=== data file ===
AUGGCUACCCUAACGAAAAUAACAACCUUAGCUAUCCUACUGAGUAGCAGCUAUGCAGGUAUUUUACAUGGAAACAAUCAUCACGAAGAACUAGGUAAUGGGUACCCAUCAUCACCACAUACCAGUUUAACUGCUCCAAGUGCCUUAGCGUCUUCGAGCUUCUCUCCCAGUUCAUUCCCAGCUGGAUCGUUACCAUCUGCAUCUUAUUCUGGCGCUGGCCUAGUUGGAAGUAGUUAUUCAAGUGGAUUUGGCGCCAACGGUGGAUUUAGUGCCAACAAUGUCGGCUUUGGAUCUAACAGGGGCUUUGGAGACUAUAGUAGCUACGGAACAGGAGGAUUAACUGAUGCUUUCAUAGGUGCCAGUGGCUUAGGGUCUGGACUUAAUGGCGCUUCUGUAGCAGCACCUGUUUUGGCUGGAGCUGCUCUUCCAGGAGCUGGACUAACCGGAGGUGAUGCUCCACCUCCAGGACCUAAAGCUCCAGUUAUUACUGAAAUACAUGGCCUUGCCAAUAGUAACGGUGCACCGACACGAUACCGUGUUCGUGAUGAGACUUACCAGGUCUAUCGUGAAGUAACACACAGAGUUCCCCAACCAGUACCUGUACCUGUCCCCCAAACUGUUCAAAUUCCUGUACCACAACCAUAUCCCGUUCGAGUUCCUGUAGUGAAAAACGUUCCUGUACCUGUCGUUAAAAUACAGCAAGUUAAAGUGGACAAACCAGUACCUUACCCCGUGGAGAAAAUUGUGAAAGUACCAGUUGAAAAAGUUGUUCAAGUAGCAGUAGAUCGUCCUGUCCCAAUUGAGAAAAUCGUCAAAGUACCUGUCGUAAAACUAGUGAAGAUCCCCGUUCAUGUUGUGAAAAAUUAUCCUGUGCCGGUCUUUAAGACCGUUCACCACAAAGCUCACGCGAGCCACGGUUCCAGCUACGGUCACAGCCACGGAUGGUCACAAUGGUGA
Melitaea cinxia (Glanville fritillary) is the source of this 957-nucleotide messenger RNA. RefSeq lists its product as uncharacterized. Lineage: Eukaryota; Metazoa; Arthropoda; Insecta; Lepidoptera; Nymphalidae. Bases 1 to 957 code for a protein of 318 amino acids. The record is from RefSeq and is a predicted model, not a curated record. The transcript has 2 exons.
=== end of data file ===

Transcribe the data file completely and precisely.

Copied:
AUGGCUACCCUAACGAAAAUAACAACCUUAGCUAUCCUACUGAGUAGCAGCUAUGCAGGUAUUUUACAUGGAAACAAUCAUCACGAAGAACUAGGUAAUGGGUACCCAUCAUCACCACAUACCAGUUUAACUGCUCCAAGUGCCUUAGCGUCUUCGAGCUUCUCUCCCAGUUCAUUCCCAGCUGGAUCGUUACCAUCUGCAUCUUAUUCUGGCGCUGGCCUAGUUGGAAGUAGUUAUUCAAGUGGAUUUGGCGCCAACGGUGGAUUUAGUGCCAACAAUGUCGGCUUUGGAUCUAACAGGGGCUUUGGAGACUAUAGUAGCUACGGAACAGGAGGAUUAACUGAUGCUUUCAUAGGUGCCAGUGGCUUAGGGUCUGGACUUAAUGGCGCUUCUGUAGCAGCACCUGUUUUGGCUGGAGCUGCUCUUCCAGGAGCUGGACUAACCGGAGGUGAUGCUCCACCUCCAGGACCUAAAGCUCCAGUUAUUACUGAAAUACAUGGCCUUGCCAAUAGUAACGGUGCACCGACACGAUACCGUGUUCGUGAUGAGACUUACCAGGUCUAUCGUGAAGUAACACACAGAGUUCCCCAACCAGUACCUGUACCUGUCCCCCAAACUGUUCAAAUUCCUGUACCACAACCAUAUCCCGUUCGAGUUCCUGUAGUGAAAAACGUUCCUGUACCUGUCGUUAAAAUACAGCAAGUUAAAGUGGACAAACCAGUACCUUACCCCGUGGAGAAAAUUGUGAAAGUACCAGUUGAAAAAGUUGUUCAAGUAGCAGUAGAUCGUCCUGUCCCAAUUGAGAAAAUCGUCAAAGUACCUGUCGUAAAACUAGUGAAGAUCCCCGUUCAUGUUGUGAAAAAUUAUCCUGUGCCGGUCUUUAAGACCGUUCACCACAAAGCUCACGCGAGCCACGGUUCCAGCUACGGUCACAGCCACGGAUGGUCACAAUGGUGA
Melitaea cinxia (Glanville fritillary) is the source of this 957-nucleotide messenger RNA. RefSeq lists its product as uncharacterized. Lineage: Eukaryota; Metazoa; Arthropoda; Insecta; Lepidoptera; Nymphalidae. Bases 1 to 957 code for a protein of 318 amino acids. The record is from RefSeq and is a predicted model, not a curated record. The transcript has 2 exons.